In his book Was America Founded as a Christian Nation? John Fea explores the history of Christian nationalism, the relationship between Christianity and the American Revolution, and the beliefs of several of America’s founders. The most interesting and original part of the book shows that there have always been significant figures in American history, often on opposing sides of the political spectrum, who have said that America was founded as a Christian nation. Fea also provides a conventional account of the American Revolution which highlights the defence of that political action within arguments that he says did not depend on “traditional Christianity.” And he summarizes the beliefs of several prominent American founders like Thomas Jefferson, Samuel Adams and John Witherspoon, who held a range of differing views on the relationship between church and state. Continue reading “THINKING HISTORICALLY ABOUT CHRISTIAN NATIONALISM: READING JOHN FEA”
In 1667 Richard Allestree, a prominent clergymen in the Church of England, wrote a lengthy work entitled The Causes of the Decay of Christian Piety. As he surveyed the world around him, he was convinced that England was a country which had, for its sins, experienced the wrath of God’s providential judgment. In 1666 a massive fire had burned down a substantial part of London. Fire was and is a potent symbol; it signified the holiness of God (burning bush, Pentecost) in both its beneficent and judicial forms – God was a consuming fire in more ways than one. For Allestree the solution to the problem was evident, as the rest of his title makes clear: An Impartial Survey of the Ruines of Christian Religion, Undermin’d by unchristian Practice. Continue reading “EVANGELICALISM’S FUTURE: READING DAVID FITCH”
When we face a difficulty or a problem we often attempt to take stock of our situation in order to come to a solution. But taking stock can itself be a complicated process, and there are many ways to disagree about how this ought to be done—just what are the relevant factors? And it isn’t difficult to endow this kind of reflection with an ancient, prestigious lineage: even Aristotle admitted that “all questions are hard to decide with precision” (Nicomachean Ethics IX.2). This rather simple way of characterizing philosophical puzzlement is, I think, an appropriate description of what Charles Taylor has been doing for the duration of his philosophical career; he has repeatedly attempted to make the stakes in any given debate clearer so that a more robust philosophical argument can be made about them—not unlike Aristotle himself. This way of grappling with contemporary problems is on offer once again in his aptly named collection of essays, Dilemmas and Connections. Continue reading “OUR ETHICAL PUZZLES: READING CHARLES TAYLOR”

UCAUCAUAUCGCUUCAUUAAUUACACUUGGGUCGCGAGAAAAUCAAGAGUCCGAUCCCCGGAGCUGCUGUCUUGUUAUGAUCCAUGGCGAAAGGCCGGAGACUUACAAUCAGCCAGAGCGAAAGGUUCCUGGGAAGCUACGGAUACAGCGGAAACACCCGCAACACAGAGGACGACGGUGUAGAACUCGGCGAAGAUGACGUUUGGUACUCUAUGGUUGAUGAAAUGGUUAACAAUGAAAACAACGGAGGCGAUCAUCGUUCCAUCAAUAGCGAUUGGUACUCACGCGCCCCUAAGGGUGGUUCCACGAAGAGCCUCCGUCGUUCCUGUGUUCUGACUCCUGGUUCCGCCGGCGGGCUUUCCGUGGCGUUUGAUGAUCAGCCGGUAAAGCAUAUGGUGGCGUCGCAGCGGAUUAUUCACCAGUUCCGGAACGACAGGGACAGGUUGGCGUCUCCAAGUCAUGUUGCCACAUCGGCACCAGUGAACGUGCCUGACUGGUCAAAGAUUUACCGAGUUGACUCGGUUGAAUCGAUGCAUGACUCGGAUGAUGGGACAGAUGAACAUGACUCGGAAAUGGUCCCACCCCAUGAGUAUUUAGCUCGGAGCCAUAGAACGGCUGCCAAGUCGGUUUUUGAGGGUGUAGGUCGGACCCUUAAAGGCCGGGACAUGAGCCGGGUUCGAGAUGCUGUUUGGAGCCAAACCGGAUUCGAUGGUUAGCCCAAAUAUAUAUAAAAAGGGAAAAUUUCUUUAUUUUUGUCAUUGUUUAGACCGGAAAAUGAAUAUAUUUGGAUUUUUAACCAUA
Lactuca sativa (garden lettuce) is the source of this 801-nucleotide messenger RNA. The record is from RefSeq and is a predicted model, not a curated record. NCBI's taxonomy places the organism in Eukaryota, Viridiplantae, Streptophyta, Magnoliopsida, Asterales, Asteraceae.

One of the most important living philosophers has turned his attention to the relationship between faith and reason. In doing so, Jürgen Habermas has continued to fulfill his exemplary role as a public intellectual committed to the practice of reasonable communication as a model for politics. Given what some have called the “return of religion” to the public sphere, Habermas’ contribution is sure to be widely-discussed. It also deserves a wide hearing among North American Christians. Continue reading “CONVERSATION AND COMMITMENT: READING JÜRGEN HABERMAS”
In a world that is being transformed by access to information, it can be hard to appreciate the power of words, to appreciate what the philosopher Paul Ricoeur referred to as the “efficacity of speech.” Moreover, that very abundance can also make listening to the Christian message more difficult for those of us intent on doing so. There are, it seems, an endless array of voices clamoring for our attention.
In a collection of essays entitled History and Truth, Ricoeur uses the phrase “efficacity of speech” to refer to the clarifying role that language, written or spoken, can play in relation to the central themes of our culture. In the same essay he also acknowledges, as a Christian, the central importance of remaining a “listener to the Christian message.” For it is as a listener that the power of words can change the human heart. He calls this “the refulgent core of our preferences and the positions we embrace.” Continue reading “FAITH AFTER RELIGION: READING RICHARD KEARNEY”